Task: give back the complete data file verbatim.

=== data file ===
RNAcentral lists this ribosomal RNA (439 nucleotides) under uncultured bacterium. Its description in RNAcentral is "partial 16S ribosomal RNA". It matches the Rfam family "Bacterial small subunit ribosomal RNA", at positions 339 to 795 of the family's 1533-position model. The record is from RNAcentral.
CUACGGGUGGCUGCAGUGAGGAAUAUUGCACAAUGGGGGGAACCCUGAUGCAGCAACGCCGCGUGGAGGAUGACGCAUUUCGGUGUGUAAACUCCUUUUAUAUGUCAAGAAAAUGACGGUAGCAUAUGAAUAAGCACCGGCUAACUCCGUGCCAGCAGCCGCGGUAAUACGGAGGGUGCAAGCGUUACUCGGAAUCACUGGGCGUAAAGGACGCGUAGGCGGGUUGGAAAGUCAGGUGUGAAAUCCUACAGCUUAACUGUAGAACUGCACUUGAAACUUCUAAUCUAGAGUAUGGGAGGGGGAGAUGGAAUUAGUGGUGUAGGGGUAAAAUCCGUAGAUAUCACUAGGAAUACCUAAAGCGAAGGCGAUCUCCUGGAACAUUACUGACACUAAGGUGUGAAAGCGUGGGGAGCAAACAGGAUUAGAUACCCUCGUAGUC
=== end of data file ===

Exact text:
RNAcentral lists this ribosomal RNA (439 nucleotides) under uncultured bacterium. Its description in RNAcentral is "partial 16S ribosomal RNA". It matches the Rfam family "Bacterial small subunit ribosomal RNA", at positions 339 to 795 of the family's 1533-position model. The record is from RNAcentral.
CUACGGGUGGCUGCAGUGAGGAAUAUUGCACAAUGGGGGGAACCCUGAUGCAGCAACGCCGCGUGGAGGAUGACGCAUUUCGGUGUGUAAACUCCUUUUAUAUGUCAAGAAAAUGACGGUAGCAUAUGAAUAAGCACCGGCUAACUCCGUGCCAGCAGCCGCGGUAAUACGGAGGGUGCAAGCGUUACUCGGAAUCACUGGGCGUAAAGGACGCGUAGGCGGGUUGGAAAGUCAGGUGUGAAAUCCUACAGCUUAACUGUAGAACUGCACUUGAAACUUCUAAUCUAGAGUAUGGGAGGGGGAGAUGGAAUUAGUGGUGUAGGGGUAAAAUCCGUAGAUAUCACUAGGAAUACCUAAAGCGAAGGCGAUCUCCUGGAACAUUACUGACACUAAGGUGUGAAAGCGUGGGGAGCAAACAGGAUUAGAUACCCUCGUAGUC